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Young Serbian shouts for students in Sweden

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Young Serbian shouts for students in Sweden
Dejan Bojanic is passionate about education. Photo: Private
07:21 CET+01:00
For this week's My Swedish Career we meet Dejan Bojanic, an international youth coordinator working for Save the Children in Stockholm. With a beating heart for education, he's moved from Serbia to Sweden to create a global youth network.

Aged just 24, Dejan Bojanic can already boast meeting inspirational figures including Malala Yousafzai and UN Secretary General Ban Ki-moon.  

But despite a worldwide network gleaned from working on international youth education projects, he's chosen to settle in Stockholm this year, with a post at global charity Save The Children.

Sweden has recently seen school results tumble and Bojanic believes he can make a difference.

Dejan Bojanic and Ban Ki-moon
Dejan Bojanic together with UN Secretary-General Ban Ki-moon. Photo: Private

“I always knew Sweden to be at the forefront of great things, take equality for instance, and I came with the assumption that Sweden has a high level of respecting human rights…I'm interested to dig deep into what went wrong with education,” he tells The Local.

After just three months in Sweden, Bojanic is already identifying some key features of the Swedish education that he believes can be improved.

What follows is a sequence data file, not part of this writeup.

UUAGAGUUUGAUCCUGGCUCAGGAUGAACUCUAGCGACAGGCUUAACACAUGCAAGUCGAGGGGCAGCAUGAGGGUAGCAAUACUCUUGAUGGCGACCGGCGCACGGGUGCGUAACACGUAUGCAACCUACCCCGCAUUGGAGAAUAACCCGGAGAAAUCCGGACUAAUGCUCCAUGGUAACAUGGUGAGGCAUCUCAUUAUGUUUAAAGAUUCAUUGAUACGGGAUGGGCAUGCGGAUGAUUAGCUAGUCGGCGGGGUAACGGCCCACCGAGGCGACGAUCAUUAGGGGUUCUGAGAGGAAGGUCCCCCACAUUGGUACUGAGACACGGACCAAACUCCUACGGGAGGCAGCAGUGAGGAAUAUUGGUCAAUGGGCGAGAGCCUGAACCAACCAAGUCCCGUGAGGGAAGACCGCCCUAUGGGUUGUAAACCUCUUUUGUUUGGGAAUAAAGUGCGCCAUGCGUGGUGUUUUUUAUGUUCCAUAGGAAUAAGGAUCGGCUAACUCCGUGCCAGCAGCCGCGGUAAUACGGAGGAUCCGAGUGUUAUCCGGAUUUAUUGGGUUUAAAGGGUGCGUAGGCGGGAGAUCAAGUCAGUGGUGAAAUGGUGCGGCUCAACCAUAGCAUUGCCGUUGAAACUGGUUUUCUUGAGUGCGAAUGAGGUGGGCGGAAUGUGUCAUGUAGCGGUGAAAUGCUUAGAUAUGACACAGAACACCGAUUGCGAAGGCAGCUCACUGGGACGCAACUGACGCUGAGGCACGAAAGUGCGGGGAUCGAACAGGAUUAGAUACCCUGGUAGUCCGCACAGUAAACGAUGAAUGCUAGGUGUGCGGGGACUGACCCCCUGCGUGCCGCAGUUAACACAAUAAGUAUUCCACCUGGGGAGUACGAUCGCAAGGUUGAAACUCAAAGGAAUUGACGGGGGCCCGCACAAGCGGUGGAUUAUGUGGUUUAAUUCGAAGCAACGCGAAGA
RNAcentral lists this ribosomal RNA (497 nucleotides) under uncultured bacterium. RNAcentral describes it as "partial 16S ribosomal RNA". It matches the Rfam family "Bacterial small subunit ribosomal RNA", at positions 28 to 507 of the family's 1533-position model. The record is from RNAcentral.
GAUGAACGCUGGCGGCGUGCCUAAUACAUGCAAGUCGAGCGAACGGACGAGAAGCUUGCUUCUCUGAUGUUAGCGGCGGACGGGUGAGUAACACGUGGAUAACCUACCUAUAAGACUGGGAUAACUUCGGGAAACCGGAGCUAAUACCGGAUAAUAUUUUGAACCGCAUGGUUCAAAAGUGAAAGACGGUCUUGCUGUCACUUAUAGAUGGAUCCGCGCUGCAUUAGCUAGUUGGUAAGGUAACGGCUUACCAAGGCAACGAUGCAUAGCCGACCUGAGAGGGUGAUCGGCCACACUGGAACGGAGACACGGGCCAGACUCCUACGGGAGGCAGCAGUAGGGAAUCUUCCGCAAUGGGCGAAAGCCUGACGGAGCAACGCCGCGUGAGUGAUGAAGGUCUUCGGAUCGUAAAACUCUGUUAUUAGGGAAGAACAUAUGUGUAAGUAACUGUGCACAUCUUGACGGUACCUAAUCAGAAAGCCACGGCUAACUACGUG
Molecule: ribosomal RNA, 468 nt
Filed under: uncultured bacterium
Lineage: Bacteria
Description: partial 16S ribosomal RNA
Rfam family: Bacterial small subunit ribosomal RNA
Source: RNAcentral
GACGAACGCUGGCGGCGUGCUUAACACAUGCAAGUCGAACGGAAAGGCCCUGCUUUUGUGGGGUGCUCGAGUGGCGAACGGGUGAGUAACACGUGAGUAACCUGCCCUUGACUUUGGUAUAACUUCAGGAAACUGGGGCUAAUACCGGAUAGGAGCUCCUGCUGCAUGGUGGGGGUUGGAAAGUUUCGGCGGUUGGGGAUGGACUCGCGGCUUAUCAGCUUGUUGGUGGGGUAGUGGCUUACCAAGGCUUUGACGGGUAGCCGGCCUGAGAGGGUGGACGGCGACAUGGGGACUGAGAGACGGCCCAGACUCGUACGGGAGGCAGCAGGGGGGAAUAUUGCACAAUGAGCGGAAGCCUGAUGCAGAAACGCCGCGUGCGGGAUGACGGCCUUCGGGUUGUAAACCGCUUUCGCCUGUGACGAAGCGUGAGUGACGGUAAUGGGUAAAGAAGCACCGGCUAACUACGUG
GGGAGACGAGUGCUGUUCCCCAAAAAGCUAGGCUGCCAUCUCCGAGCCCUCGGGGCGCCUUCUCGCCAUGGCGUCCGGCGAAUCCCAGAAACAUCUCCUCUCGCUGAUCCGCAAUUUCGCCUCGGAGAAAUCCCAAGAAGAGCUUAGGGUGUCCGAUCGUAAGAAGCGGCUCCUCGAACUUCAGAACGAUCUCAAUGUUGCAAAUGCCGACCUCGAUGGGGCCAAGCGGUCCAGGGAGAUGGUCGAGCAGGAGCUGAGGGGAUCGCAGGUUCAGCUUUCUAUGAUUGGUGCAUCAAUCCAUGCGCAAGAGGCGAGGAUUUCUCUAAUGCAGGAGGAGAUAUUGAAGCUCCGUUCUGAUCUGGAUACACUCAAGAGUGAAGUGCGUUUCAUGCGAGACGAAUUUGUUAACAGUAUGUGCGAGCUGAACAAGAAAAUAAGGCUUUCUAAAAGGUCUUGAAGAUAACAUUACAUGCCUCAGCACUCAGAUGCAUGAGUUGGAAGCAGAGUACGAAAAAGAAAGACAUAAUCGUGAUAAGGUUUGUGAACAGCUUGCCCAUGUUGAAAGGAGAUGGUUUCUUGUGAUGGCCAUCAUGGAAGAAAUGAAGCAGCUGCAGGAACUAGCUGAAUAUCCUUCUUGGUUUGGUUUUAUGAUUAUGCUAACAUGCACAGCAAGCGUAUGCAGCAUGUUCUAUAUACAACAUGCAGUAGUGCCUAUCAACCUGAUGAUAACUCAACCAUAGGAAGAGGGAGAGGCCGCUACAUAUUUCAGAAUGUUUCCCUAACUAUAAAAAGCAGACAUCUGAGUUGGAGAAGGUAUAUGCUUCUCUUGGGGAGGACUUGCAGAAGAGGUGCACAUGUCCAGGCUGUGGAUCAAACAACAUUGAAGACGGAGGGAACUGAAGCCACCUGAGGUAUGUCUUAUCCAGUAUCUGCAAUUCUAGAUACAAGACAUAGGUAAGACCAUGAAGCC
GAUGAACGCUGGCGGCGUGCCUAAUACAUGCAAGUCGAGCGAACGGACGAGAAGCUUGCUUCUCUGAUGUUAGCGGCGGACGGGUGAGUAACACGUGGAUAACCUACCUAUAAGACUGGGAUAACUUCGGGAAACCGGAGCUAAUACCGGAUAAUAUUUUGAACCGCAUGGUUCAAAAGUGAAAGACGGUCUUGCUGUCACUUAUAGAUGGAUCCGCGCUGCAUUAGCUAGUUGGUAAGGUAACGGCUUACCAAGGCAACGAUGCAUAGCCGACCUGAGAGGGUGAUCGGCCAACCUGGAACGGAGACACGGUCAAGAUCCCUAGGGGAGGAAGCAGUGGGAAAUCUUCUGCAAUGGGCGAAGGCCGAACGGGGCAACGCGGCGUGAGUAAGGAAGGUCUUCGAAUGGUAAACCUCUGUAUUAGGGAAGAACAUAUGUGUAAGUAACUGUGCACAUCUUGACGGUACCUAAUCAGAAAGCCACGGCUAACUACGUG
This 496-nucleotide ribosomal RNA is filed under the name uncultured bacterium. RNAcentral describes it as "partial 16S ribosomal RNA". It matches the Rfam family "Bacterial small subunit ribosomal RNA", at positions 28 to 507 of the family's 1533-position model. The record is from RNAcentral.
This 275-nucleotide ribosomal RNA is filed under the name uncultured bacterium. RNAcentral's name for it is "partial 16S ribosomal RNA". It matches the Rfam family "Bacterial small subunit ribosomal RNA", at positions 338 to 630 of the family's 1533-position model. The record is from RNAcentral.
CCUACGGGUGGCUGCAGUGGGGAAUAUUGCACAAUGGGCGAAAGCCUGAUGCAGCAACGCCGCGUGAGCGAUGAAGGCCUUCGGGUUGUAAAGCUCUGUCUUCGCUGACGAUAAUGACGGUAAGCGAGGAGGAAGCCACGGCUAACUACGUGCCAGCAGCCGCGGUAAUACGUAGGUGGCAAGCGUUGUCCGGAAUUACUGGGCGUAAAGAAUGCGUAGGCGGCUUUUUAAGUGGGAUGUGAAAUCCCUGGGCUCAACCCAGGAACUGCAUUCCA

“What stands out is that the learner is never a part of the decision-making process in the educational system – not in school and not on a regional, nor a national, level.”

Unlike in many other countries, the Swedish education system lacks a student senate or an organized student body that voices its needs.

By introducing high school and university representatives who propose, debate or vote on their education alongside other decision makers, Bojanic believes education in Sweden can be shaped to better fit the needs of its students.

“I'm glad Sweden recognizes that there's room for improvement and invests in that – by supporting a movement with non-governmental organizations and by bringing people from abroad who can give new perspectives,” he says.

Bojanic is on a one year contract with Save the Children and is also working on a new project aimed at forming a global network of youth-led organizations linked to the charity from all around the world.

He has previously been part of other international education initiatives, including being selected to be part of a global youth advisory group working with the United Nations.

While still living in Serbia, Bojanic was among fifteen young people given the chance to address education campaigner Malala Yousafzai at the UN's headquarters.

Malala Yousafzai at UN Youth Assembly 2013
Dejan Bojanic (far left) at the UN headquarters with  Malala Yousafzai in 2013. Photo: Private

He describes the experience of meeting the recent Nobel Peace Prize recipient as “impressive and super memorable” and said that she had “strong, interesting points about the right to education”.

Bojanic remains humble about his own qualities, saying “I'm not an extremely inspirational leader”.

But he hopes he has the right approach for his mission, including a passion for exchanging views with people from different cultures.

“If you come with a good attitude, acceptance, and readiness to learn, then nothing is super surprising but it gets you thinking – and it makes you Wikipedia things!"

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